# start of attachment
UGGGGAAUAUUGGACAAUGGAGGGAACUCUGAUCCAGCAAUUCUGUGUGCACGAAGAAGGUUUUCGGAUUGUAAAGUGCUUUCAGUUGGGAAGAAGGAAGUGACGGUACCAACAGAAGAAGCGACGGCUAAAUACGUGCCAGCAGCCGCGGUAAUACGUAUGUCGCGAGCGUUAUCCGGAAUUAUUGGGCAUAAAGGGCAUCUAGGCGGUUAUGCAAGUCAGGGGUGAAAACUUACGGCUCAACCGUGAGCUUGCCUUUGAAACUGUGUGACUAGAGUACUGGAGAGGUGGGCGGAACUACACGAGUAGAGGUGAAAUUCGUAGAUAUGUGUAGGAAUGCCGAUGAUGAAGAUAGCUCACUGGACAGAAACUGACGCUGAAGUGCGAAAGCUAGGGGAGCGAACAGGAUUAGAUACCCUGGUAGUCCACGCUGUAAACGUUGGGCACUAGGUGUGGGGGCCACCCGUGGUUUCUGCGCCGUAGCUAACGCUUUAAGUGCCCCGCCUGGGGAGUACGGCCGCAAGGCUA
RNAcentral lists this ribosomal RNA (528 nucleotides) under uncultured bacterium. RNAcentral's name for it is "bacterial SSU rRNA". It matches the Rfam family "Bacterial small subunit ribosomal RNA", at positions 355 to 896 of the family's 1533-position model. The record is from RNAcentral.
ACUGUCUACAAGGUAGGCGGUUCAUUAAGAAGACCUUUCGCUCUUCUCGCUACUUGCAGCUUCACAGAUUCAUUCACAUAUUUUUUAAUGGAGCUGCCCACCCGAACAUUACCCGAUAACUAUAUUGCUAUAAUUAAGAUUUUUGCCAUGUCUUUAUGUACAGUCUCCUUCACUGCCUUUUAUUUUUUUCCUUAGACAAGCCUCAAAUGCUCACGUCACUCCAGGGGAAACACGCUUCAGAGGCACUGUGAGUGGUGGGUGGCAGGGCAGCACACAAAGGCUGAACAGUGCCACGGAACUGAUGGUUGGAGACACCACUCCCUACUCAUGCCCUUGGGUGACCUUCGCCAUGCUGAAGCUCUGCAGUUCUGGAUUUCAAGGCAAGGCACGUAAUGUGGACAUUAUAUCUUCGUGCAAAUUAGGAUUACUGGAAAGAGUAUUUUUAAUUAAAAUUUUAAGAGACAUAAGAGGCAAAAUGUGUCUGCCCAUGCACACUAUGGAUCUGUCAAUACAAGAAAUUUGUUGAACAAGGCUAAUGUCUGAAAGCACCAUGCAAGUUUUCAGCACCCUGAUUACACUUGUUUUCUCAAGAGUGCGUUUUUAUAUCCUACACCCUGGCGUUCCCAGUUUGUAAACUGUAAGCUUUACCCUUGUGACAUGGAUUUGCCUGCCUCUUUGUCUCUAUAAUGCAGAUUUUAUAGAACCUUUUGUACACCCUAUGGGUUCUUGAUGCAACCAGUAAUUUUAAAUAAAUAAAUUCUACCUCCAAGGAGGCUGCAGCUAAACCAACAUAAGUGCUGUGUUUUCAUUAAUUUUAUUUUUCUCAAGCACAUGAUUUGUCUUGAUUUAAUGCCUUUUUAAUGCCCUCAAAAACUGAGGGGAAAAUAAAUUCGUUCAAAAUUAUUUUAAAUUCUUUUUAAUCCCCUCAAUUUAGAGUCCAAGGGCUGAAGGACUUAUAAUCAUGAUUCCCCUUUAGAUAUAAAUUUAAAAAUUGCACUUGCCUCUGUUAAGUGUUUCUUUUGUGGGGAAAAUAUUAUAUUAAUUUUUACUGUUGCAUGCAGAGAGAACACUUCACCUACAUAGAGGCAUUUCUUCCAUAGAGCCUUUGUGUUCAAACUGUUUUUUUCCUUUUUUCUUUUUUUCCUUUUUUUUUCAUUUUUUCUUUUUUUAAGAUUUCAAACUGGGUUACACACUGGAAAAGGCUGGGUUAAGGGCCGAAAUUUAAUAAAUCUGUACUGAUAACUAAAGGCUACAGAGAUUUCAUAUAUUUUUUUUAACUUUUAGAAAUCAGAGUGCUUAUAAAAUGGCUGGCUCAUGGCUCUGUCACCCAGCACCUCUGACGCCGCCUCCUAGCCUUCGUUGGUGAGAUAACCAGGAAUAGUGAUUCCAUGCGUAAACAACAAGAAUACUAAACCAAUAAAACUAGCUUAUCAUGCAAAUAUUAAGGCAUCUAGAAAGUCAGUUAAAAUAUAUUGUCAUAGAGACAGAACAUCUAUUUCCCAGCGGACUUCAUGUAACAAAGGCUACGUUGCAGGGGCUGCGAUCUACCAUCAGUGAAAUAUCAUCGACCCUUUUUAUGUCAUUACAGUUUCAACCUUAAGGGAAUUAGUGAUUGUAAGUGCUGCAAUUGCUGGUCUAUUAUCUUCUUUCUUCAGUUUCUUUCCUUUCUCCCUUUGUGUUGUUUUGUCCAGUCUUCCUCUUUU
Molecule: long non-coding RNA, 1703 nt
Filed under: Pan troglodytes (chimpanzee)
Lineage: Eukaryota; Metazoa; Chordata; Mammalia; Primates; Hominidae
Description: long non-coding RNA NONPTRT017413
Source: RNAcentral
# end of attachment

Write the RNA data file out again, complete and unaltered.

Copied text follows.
UGGGGAAUAUUGGACAAUGGAGGGAACUCUGAUCCAGCAAUUCUGUGUGCACGAAGAAGGUUUUCGGAUUGUAAAGUGCUUUCAGUUGGGAAGAAGGAAGUGACGGUACCAACAGAAGAAGCGACGGCUAAAUACGUGCCAGCAGCCGCGGUAAUACGUAUGUCGCGAGCGUUAUCCGGAAUUAUUGGGCAUAAAGGGCAUCUAGGCGGUUAUGCAAGUCAGGGGUGAAAACUUACGGCUCAACCGUGAGCUUGCCUUUGAAACUGUGUGACUAGAGUACUGGAGAGGUGGGCGGAACUACACGAGUAGAGGUGAAAUUCGUAGAUAUGUGUAGGAAUGCCGAUGAUGAAGAUAGCUCACUGGACAGAAACUGACGCUGAAGUGCGAAAGCUAGGGGAGCGAACAGGAUUAGAUACCCUGGUAGUCCACGCUGUAAACGUUGGGCACUAGGUGUGGGGGCCACCCGUGGUUUCUGCGCCGUAGCUAACGCUUUAAGUGCCCCGCCUGGGGAGUACGGCCGCAAGGCUA
RNAcentral lists this ribosomal RNA (528 nucleotides) under uncultured bacterium. RNAcentral's name for it is "bacterial SSU rRNA". It matches the Rfam family "Bacterial small subunit ribosomal RNA", at positions 355 to 896 of the family's 1533-position model. The record is from RNAcentral.
ACUGUCUACAAGGUAGGCGGUUCAUUAAGAAGACCUUUCGCUCUUCUCGCUACUUGCAGCUUCACAGAUUCAUUCACAUAUUUUUUAAUGGAGCUGCCCACCCGAACAUUACCCGAUAACUAUAUUGCUAUAAUUAAGAUUUUUGCCAUGUCUUUAUGUACAGUCUCCUUCACUGCCUUUUAUUUUUUUCCUUAGACAAGCCUCAAAUGCUCACGUCACUCCAGGGGAAACACGCUUCAGAGGCACUGUGAGUGGUGGGUGGCAGGGCAGCACACAAAGGCUGAACAGUGCCACGGAACUGAUGGUUGGAGACACCACUCCCUACUCAUGCCCUUGGGUGACCUUCGCCAUGCUGAAGCUCUGCAGUUCUGGAUUUCAAGGCAAGGCACGUAAUGUGGACAUUAUAUCUUCGUGCAAAUUAGGAUUACUGGAAAGAGUAUUUUUAAUUAAAAUUUUAAGAGACAUAAGAGGCAAAAUGUGUCUGCCCAUGCACACUAUGGAUCUGUCAAUACAAGAAAUUUGUUGAACAAGGCUAAUGUCUGAAAGCACCAUGCAAGUUUUCAGCACCCUGAUUACACUUGUUUUCUCAAGAGUGCGUUUUUAUAUCCUACACCCUGGCGUUCCCAGUUUGUAAACUGUAAGCUUUACCCUUGUGACAUGGAUUUGCCUGCCUCUUUGUCUCUAUAAUGCAGAUUUUAUAGAACCUUUUGUACACCCUAUGGGUUCUUGAUGCAACCAGUAAUUUUAAAUAAAUAAAUUCUACCUCCAAGGAGGCUGCAGCUAAACCAACAUAAGUGCUGUGUUUUCAUUAAUUUUAUUUUUCUCAAGCACAUGAUUUGUCUUGAUUUAAUGCCUUUUUAAUGCCCUCAAAAACUGAGGGGAAAAUAAAUUCGUUCAAAAUUAUUUUAAAUUCUUUUUAAUCCCCUCAAUUUAGAGUCCAAGGGCUGAAGGACUUAUAAUCAUGAUUCCCCUUUAGAUAUAAAUUUAAAAAUUGCACUUGCCUCUGUUAAGUGUUUCUUUUGUGGGGAAAAUAUUAUAUUAAUUUUUACUGUUGCAUGCAGAGAGAACACUUCACCUACAUAGAGGCAUUUCUUCCAUAGAGCCUUUGUGUUCAAACUGUUUUUUUCCUUUUUUCUUUUUUUCCUUUUUUUUUCAUUUUUUCUUUUUUUAAGAUUUCAAACUGGGUUACACACUGGAAAAGGCUGGGUUAAGGGCCGAAAUUUAAUAAAUCUGUACUGAUAACUAAAGGCUACAGAGAUUUCAUAUAUUUUUUUUAACUUUUAGAAAUCAGAGUGCUUAUAAAAUGGCUGGCUCAUGGCUCUGUCACCCAGCACCUCUGACGCCGCCUCCUAGCCUUCGUUGGUGAGAUAACCAGGAAUAGUGAUUCCAUGCGUAAACAACAAGAAUACUAAACCAAUAAAACUAGCUUAUCAUGCAAAUAUUAAGGCAUCUAGAAAGUCAGUUAAAAUAUAUUGUCAUAGAGACAGAACAUCUAUUUCCCAGCGGACUUCAUGUAACAAAGGCUACGUUGCAGGGGCUGCGAUCUACCAUCAGUGAAAUAUCAUCGACCCUUUUUAUGUCAUUACAGUUUCAACCUUAAGGGAAUUAGUGAUUGUAAGUGCUGCAAUUGCUGGUCUAUUAUCUUCUUUCUUCAGUUUCUUUCCUUUCUCCCUUUGUGUUGUUUUGUCCAGUCUUCCUCUUUU
Molecule: long non-coding RNA, 1703 nt
Filed under: Pan troglodytes (chimpanzee)
Lineage: Eukaryota; Metazoa; Chordata; Mammalia; Primates; Hominidae
Description: long non-coding RNA NONPTRT017413
Source: RNAcentral